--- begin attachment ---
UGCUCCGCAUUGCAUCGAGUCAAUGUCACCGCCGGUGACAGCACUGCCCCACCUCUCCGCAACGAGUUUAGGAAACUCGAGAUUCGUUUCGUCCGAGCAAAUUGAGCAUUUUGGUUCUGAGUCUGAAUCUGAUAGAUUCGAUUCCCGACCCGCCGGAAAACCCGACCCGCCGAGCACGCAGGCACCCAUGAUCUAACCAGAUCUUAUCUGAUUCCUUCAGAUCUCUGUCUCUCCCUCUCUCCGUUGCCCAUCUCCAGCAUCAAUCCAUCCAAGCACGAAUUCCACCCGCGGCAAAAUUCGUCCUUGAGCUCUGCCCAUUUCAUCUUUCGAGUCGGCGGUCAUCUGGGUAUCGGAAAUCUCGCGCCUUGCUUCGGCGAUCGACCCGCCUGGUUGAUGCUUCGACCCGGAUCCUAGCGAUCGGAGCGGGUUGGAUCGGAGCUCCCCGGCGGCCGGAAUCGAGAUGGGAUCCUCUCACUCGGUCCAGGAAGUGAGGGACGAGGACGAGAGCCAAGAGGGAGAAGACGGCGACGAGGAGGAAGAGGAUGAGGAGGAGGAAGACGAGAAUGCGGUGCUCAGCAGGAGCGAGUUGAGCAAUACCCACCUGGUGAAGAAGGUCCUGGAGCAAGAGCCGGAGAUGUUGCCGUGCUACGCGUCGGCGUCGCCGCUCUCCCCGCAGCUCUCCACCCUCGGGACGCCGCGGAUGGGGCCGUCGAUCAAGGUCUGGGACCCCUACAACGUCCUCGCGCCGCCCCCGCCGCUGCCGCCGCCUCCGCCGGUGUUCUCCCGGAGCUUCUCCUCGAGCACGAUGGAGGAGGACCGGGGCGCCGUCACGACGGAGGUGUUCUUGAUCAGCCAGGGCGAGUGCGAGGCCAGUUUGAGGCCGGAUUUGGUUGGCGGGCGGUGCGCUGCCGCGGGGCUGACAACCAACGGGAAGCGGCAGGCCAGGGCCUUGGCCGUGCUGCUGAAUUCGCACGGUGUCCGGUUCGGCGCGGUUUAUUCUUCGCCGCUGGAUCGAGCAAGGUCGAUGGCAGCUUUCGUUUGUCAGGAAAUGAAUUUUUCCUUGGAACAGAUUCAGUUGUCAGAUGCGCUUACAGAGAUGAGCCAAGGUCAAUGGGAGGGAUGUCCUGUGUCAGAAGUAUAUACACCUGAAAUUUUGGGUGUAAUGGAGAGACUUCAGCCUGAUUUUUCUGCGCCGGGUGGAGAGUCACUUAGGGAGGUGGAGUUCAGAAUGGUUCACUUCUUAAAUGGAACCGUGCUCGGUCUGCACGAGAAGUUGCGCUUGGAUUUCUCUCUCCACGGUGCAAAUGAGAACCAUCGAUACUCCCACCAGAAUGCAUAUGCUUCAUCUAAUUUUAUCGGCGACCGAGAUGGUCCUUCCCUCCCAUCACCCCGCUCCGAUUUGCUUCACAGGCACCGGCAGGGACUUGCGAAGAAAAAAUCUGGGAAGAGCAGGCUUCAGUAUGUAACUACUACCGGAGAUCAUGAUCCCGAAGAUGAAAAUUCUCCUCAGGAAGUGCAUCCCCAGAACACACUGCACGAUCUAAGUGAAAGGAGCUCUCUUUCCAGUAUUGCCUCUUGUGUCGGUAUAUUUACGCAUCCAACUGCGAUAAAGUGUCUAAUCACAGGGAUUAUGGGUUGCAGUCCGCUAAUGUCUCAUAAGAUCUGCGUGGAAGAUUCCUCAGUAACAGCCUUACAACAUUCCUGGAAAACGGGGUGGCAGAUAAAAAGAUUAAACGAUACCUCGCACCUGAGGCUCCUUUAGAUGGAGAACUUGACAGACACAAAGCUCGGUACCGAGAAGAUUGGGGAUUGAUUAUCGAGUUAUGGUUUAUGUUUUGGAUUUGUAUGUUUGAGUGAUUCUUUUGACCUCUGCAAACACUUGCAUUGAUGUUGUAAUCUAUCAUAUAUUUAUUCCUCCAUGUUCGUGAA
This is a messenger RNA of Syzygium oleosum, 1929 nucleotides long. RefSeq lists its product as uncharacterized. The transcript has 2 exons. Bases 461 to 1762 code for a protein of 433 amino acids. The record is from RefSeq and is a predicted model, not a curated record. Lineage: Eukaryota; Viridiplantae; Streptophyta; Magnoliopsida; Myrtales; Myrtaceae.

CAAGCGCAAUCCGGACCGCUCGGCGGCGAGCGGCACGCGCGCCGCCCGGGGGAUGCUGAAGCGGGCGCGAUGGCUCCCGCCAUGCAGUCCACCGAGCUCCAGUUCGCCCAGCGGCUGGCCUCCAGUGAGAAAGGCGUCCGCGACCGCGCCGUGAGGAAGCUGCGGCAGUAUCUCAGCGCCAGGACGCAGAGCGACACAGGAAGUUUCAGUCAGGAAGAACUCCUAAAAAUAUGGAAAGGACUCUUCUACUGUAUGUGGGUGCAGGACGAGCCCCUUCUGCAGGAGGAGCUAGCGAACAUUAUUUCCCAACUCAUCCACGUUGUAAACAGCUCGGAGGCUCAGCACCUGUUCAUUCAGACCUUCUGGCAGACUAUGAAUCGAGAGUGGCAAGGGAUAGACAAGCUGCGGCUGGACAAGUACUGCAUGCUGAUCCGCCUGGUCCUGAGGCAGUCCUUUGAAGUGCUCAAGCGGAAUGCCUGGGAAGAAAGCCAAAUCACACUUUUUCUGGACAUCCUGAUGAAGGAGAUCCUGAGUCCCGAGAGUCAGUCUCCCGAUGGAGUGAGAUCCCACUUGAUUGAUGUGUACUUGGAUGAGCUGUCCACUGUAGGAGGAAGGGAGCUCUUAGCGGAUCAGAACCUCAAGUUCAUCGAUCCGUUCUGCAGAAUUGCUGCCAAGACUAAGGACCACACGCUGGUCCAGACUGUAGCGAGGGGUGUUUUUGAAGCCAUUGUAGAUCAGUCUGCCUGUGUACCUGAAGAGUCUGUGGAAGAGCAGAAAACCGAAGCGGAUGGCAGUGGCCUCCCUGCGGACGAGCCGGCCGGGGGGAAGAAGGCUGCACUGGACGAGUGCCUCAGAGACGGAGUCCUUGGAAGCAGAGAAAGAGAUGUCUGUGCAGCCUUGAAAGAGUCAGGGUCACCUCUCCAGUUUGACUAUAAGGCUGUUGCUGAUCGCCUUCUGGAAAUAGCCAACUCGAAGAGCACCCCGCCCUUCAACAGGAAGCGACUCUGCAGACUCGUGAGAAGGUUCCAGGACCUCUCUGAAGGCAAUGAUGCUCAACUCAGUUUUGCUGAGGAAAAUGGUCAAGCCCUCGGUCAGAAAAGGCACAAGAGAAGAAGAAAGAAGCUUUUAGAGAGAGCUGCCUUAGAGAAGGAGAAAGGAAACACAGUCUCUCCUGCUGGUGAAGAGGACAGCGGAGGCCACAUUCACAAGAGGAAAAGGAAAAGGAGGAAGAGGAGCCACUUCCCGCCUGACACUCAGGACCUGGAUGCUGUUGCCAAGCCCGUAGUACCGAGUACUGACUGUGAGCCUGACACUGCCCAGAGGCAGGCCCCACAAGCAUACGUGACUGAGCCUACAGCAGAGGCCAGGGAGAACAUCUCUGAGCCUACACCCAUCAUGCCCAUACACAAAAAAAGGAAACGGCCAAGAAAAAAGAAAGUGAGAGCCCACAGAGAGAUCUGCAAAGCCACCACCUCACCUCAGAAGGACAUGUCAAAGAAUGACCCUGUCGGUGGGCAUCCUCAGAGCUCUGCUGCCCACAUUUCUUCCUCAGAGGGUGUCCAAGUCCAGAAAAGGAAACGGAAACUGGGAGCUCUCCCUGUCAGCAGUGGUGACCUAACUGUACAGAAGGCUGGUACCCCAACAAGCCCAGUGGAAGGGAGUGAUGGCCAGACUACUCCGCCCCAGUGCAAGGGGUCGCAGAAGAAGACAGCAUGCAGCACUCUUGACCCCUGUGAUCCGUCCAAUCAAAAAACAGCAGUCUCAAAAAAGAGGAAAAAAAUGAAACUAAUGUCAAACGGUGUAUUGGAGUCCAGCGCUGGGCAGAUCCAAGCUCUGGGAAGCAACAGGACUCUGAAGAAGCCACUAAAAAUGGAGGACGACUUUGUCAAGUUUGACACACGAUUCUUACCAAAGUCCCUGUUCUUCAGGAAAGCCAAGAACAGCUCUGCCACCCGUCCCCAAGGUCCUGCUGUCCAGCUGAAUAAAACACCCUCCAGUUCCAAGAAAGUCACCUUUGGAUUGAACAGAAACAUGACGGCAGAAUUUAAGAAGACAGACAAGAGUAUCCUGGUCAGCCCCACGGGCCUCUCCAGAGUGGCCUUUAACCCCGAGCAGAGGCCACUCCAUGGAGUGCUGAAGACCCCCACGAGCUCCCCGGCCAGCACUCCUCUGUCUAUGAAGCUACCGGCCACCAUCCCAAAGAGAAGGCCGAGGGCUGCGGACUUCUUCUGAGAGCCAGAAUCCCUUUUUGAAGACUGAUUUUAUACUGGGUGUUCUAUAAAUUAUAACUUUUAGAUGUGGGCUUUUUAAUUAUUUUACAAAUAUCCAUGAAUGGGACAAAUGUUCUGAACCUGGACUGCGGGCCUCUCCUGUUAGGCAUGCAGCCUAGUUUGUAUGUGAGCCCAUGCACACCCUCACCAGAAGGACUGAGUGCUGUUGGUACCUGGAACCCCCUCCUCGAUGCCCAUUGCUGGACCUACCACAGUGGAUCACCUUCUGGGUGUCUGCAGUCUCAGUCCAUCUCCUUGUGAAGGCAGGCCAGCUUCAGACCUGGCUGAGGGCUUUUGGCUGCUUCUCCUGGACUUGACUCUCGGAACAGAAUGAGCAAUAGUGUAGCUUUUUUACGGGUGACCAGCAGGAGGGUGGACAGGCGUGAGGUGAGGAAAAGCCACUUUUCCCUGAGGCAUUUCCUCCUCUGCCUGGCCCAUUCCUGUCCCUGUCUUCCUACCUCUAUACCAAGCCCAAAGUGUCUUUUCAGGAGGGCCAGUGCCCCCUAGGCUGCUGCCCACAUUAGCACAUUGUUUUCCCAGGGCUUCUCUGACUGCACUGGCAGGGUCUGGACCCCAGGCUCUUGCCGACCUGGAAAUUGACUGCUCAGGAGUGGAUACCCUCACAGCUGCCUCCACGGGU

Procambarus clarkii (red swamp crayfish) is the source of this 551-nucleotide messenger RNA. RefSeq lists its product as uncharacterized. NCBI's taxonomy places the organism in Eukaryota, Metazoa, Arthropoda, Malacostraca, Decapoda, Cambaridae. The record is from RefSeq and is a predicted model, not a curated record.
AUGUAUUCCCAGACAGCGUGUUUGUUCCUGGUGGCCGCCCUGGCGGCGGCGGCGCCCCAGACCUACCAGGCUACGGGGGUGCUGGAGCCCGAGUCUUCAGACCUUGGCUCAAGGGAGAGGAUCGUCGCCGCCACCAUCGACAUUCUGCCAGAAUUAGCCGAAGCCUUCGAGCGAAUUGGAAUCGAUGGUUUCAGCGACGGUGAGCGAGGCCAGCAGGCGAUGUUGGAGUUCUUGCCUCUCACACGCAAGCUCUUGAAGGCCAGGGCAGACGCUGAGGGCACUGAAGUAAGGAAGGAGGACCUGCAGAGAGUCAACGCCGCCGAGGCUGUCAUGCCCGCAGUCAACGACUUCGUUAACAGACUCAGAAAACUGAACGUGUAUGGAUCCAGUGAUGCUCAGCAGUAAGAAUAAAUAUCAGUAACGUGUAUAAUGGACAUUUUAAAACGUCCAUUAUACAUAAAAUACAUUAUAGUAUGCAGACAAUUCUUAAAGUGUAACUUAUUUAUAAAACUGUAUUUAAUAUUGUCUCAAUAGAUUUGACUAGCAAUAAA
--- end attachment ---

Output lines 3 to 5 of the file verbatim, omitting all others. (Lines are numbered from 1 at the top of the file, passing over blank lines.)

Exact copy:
CAAGCGCAAUCCGGACCGCUCGGCGGCGAGCGGCACGCGCGCCGCCCGGGGGAUGCUGAAGCGGGCGCGAUGGCUCCCGCCAUGCAGUCCACCGAGCUCCAGUUCGCCCAGCGGCUGGCCUCCAGUGAGAAAGGCGUCCGCGACCGCGCCGUGAGGAAGCUGCGGCAGUAUCUCAGCGCCAGGACGCAGAGCGACACAGGAAGUUUCAGUCAGGAAGAACUCCUAAAAAUAUGGAAAGGACUCUUCUACUGUAUGUGGGUGCAGGACGAGCCCCUUCUGCAGGAGGAGCUAGCGAACAUUAUUUCCCAACUCAUCCACGUUGUAAACAGCUCGGAGGCUCAGCACCUGUUCAUUCAGACCUUCUGGCAGACUAUGAAUCGAGAGUGGCAAGGGAUAGACAAGCUGCGGCUGGACAAGUACUGCAUGCUGAUCCGCCUGGUCCUGAGGCAGUCCUUUGAAGUGCUCAAGCGGAAUGCCUGGGAAGAAAGCCAAAUCACACUUUUUCUGGACAUCCUGAUGAAGGAGAUCCUGAGUCCCGAGAGUCAGUCUCCCGAUGGAGUGAGAUCCCACUUGAUUGAUGUGUACUUGGAUGAGCUGUCCACUGUAGGAGGAAGGGAGCUCUUAGCGGAUCAGAACCUCAAGUUCAUCGAUCCGUUCUGCAGAAUUGCUGCCAAGACUAAGGACCACACGCUGGUCCAGACUGUAGCGAGGGGUGUUUUUGAAGCCAUUGUAGAUCAGUCUGCCUGUGUACCUGAAGAGUCUGUGGAAGAGCAGAAAACCGAAGCGGAUGGCAGUGGCCUCCCUGCGGACGAGCCGGCCGGGGGGAAGAAGGCUGCACUGGACGAGUGCCUCAGAGACGGAGUCCUUGGAAGCAGAGAAAGAGAUGUCUGUGCAGCCUUGAAAGAGUCAGGGUCACCUCUCCAGUUUGACUAUAAGGCUGUUGCUGAUCGCCUUCUGGAAAUAGCCAACUCGAAGAGCACCCCGCCCUUCAACAGGAAGCGACUCUGCAGACUCGUGAGAAGGUUCCAGGACCUCUCUGAAGGCAAUGAUGCUCAACUCAGUUUUGCUGAGGAAAAUGGUCAAGCCCUCGGUCAGAAAAGGCACAAGAGAAGAAGAAAGAAGCUUUUAGAGAGAGCUGCCUUAGAGAAGGAGAAAGGAAACACAGUCUCUCCUGCUGGUGAAGAGGACAGCGGAGGCCACAUUCACAAGAGGAAAAGGAAAAGGAGGAAGAGGAGCCACUUCCCGCCUGACACUCAGGACCUGGAUGCUGUUGCCAAGCCCGUAGUACCGAGUACUGACUGUGAGCCUGACACUGCCCAGAGGCAGGCCCCACAAGCAUACGUGACUGAGCCUACAGCAGAGGCCAGGGAGAACAUCUCUGAGCCUACACCCAUCAUGCCCAUACACAAAAAAAGGAAACGGCCAAGAAAAAAGAAAGUGAGAGCCCACAGAGAGAUCUGCAAAGCCACCACCUCACCUCAGAAGGACAUGUCAAAGAAUGACCCUGUCGGUGGGCAUCCUCAGAGCUCUGCUGCCCACAUUUCUUCCUCAGAGGGUGUCCAAGUCCAGAAAAGGAAACGGAAACUGGGAGCUCUCCCUGUCAGCAGUGGUGACCUAACUGUACAGAAGGCUGGUACCCCAACAAGCCCAGUGGAAGGGAGUGAUGGCCAGACUACUCCGCCCCAGUGCAAGGGGUCGCAGAAGAAGACAGCAUGCAGCACUCUUGACCCCUGUGAUCCGUCCAAUCAAAAAACAGCAGUCUCAAAAAAGAGGAAAAAAAUGAAACUAAUGUCAAACGGUGUAUUGGAGUCCAGCGCUGGGCAGAUCCAAGCUCUGGGAAGCAACAGGACUCUGAAGAAGCCACUAAAAAUGGAGGACGACUUUGUCAAGUUUGACACACGAUUCUUACCAAAGUCCCUGUUCUUCAGGAAAGCCAAGAACAGCUCUGCCACCCGUCCCCAAGGUCCUGCUGUCCAGCUGAAUAAAACACCCUCCAGUUCCAAGAAAGUCACCUUUGGAUUGAACAGAAACAUGACGGCAGAAUUUAAGAAGACAGACAAGAGUAUCCUGGUCAGCCCCACGGGCCUCUCCAGAGUGGCCUUUAACCCCGAGCAGAGGCCACUCCAUGGAGUGCUGAAGACCCCCACGAGCUCCCCGGCCAGCACUCCUCUGUCUAUGAAGCUACCGGCCACCAUCCCAAAGAGAAGGCCGAGGGCUGCGGACUUCUUCUGAGAGCCAGAAUCCCUUUUUGAAGACUGAUUUUAUACUGGGUGUUCUAUAAAUUAUAACUUUUAGAUGUGGGCUUUUUAAUUAUUUUACAAAUAUCCAUGAAUGGGACAAAUGUUCUGAACCUGGACUGCGGGCCUCUCCUGUUAGGCAUGCAGCCUAGUUUGUAUGUGAGCCCAUGCACACCCUCACCAGAAGGACUGAGUGCUGUUGGUACCUGGAACCCCCUCCUCGAUGCCCAUUGCUGGACCUACCACAGUGGAUCACCUUCUGGGUGUCUGCAGUCUCAGUCCAUCUCCUUGUGAAGGCAGGCCAGCUUCAGACCUGGCUGAGGGCUUUUGGCUGCUUCUCCUGGACUUGACUCUCGGAACAGAAUGAGCAAUAGUGUAGCUUUUUUACGGGUGACCAGCAGGAGGGUGGACAGGCGUGAGGUGAGGAAAAGCCACUUUUCCCUGAGGCAUUUCCUCCUCUGCCUGGCCCAUUCCUGUCCCUGUCUUCCUACCUCUAUACCAAGCCCAAAGUGUCUUUUCAGGAGGGCCAGUGCCCCCUAGGCUGCUGCCCACAUUAGCACAUUGUUUUCCCAGGGCUUCUCUGACUGCACUGGCAGGGUCUGGACCCCAGGCUCUUGCCGACCUGGAAAUUGACUGCUCAGGAGUGGAUACCCUCACAGCUGCCUCCACGGGU

Procambarus clarkii (red swamp crayfish) is the source of this 551-nucleotide messenger RNA. RefSeq lists its product as uncharacterized. NCBI's taxonomy places the organism in Eukaryota, Metazoa, Arthropoda, Malacostraca, Decapoda, Cambaridae. The record is from RefSeq and is a predicted model, not a curated record.
AUGUAUUCCCAGACAGCGUGUUUGUUCCUGGUGGCCGCCCUGGCGGCGGCGGCGCCCCAGACCUACCAGGCUACGGGGGUGCUGGAGCCCGAGUCUUCAGACCUUGGCUCAAGGGAGAGGAUCGUCGCCGCCACCAUCGACAUUCUGCCAGAAUUAGCCGAAGCCUUCGAGCGAAUUGGAAUCGAUGGUUUCAGCGACGGUGAGCGAGGCCAGCAGGCGAUGUUGGAGUUCUUGCCUCUCACACGCAAGCUCUUGAAGGCCAGGGCAGACGCUGAGGGCACUGAAGUAAGGAAGGAGGACCUGCAGAGAGUCAACGCCGCCGAGGCUGUCAUGCCCGCAGUCAACGACUUCGUUAACAGACUCAGAAAACUGAACGUGUAUGGAUCCAGUGAUGCUCAGCAGUAAGAAUAAAUAUCAGUAACGUGUAUAAUGGACAUUUUAAAACGUCCAUUAUACAUAAAAUACAUUAUAGUAUGCAGACAAUUCUUAAAGUGUAACUUAUUUAUAAAACUGUAUUUAAUAUUGUCUCAAUAGAUUUGACUAGCAAUAAA